SpyNote spyware targets European bank customers with aggressive campaigns

SpyNote's threat landscape and mechanism

SpyNote spyware used to target European bank customers

SpyNote, an Android banking trojan, also known as SpyMax, has escalated into a cybersecurity nightmare by persistently targeting various European customers across different banks, most aggressively during June and July 2023. Cleafy, the Italian cybersecurity firm, has detailed the new surge of attacks in the report.[1]

This research aims to show some new details about how TAs are using SpyNote and social engineering techniques to perform Account Takeover attacks (ATO) and on-device fraud (ODF) against customers of several banks in Europe.

This malware operates by manipulating Android's accessibility permissions, thereby allowing itself the necessary privileges to function as a dangerous tool in the hands of cybercriminals. Its functionality goes beyond traditional spyware operations, performing bank fraud, a combination that marks its distinction in the malware world.

The SpyNote attack typically commences with an SMS or email disguised as a legitimate banking communication, urging victims to install a fraudulent banking app. Victims, when clicking the link, are redirected to the legitimate TeamViewer QuickSupport app on the Google Play Store. Attackers exploit this app to gain remote access to the victim's device and stealthily install malware.

This strategy has been further leveraged by using TeamViewer as a conduit, with attackers even calling victims and impersonating bank operators. Such a multi-pronged approach, which involves remote access trojan (RAT) capabilities, vishing attacks, and social engineering, has proved highly effective.

SpyNote’s functionality is indeed versatile, able to access a wide array of information from infected devices. From geolocation data and keystrokes to screen recordings and SMS messages, the scope of data gathered is vast, with capabilities even to bypass SMS-based two-factor authentication (2FA).

Sophisticated techniques, targets, and link to other threat actors

Once established on a device, SpyNote unveils its full threat potential. Beyond the mere collection of data, it leverages sophisticated techniques such as code obfuscation, anti-emulator controls, and prevention of manual removal by hiding the application icon.

These evasion techniques comprise a blend of complex strategies, including the use of redundant or junk code to slow down static analysis and conducting checks for emulation or sandboxed environments. Such measures ensure that malware's operation is limited to genuine victim devices, making it harder for security experts to analyze.

SpyNote's connections with other cyber threats add to its dangerous nature. There are observed links to the hack-for-hire operation known as Bahamut, which overlaps with the DoNot Team,[2] a known nation-state actor. Moreover, SpyNote shares identical features with an app housing Android malware dubbed CoverIm.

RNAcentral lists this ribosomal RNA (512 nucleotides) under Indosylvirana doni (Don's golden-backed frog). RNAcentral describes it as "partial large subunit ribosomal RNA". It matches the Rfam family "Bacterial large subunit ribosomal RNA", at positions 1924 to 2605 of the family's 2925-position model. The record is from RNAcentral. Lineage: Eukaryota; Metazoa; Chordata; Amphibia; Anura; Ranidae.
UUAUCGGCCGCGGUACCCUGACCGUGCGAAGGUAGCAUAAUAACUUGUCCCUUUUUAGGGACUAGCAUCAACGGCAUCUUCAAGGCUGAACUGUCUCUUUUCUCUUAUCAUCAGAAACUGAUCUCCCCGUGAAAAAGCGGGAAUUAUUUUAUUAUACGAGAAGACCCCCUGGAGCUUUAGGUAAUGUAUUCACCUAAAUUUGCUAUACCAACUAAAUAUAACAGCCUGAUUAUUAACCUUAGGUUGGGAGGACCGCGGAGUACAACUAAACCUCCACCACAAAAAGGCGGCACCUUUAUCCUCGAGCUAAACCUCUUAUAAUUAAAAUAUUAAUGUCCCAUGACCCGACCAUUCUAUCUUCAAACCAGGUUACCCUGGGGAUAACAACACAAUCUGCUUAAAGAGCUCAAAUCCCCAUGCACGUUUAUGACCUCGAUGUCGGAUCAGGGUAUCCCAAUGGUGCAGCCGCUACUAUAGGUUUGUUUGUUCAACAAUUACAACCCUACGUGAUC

The precise details of the social engineering facet of the assault remain ambiguous, but it is recognized that Bahamut often depends on fabricated identities on platforms like Facebook and Instagram. By posing as technology recruiters for prominent tech firms, journalists, students, or activists, they cunningly deceive unsuspecting users into inadvertently downloading malware onto their devices.[3]

These intricate connections, shared techniques, and simultaneous campaigns across different regions highlight a potentially coordinated, widespread effort. Such alignment makes SpyNote an even more significant threat, necessitating a comprehensive understanding of its evolving strategies.

Continuing threat and need for defense measures

SpyNote's continuous and aggressive campaigns signal a clear warning to the cybersecurity community. Cleafy's detailed report not only highlights the surge in spyware infections but also emphasizes that data-collecting Android malware can shift and expand its capabilities beyond that relatively quickly.

The situation became graver after the leak of SpyNote’s source code in October 2022, opening doors to numerous cybercriminals. Each of them now has access to a sophisticated trojan tool, reinforcing fears regarding the large-scale utilization of this highly capable spyware. ThreatFabric security researchers wrote about it being available on GitHub:[4]

In October 2022, the source code was made available as open-source via GitHub, after a leak and a few scamming incidents in hacking forums, where actors would impersonate the original threat actor to steal money from other criminals.

Cleafy concludes that vigilance, updated security measures, and strong two-factor authentication procedures are paramount. They characterize the recent SpyNote campaign as one of the most aggressive in recent times and anticipate continued exploitation due to the malware's multifaceted functionalities.

About the author
Ugnius Kiguolis
Ugnius Kiguolis - The mastermind

Ugnius Kiguolis is a professional malware analyst who is also the founder and the owner of 2-Spyware. At the moment, he takes over as Editor-in-chief.

Contact Ugnius Kiguolis
About the company Esolutions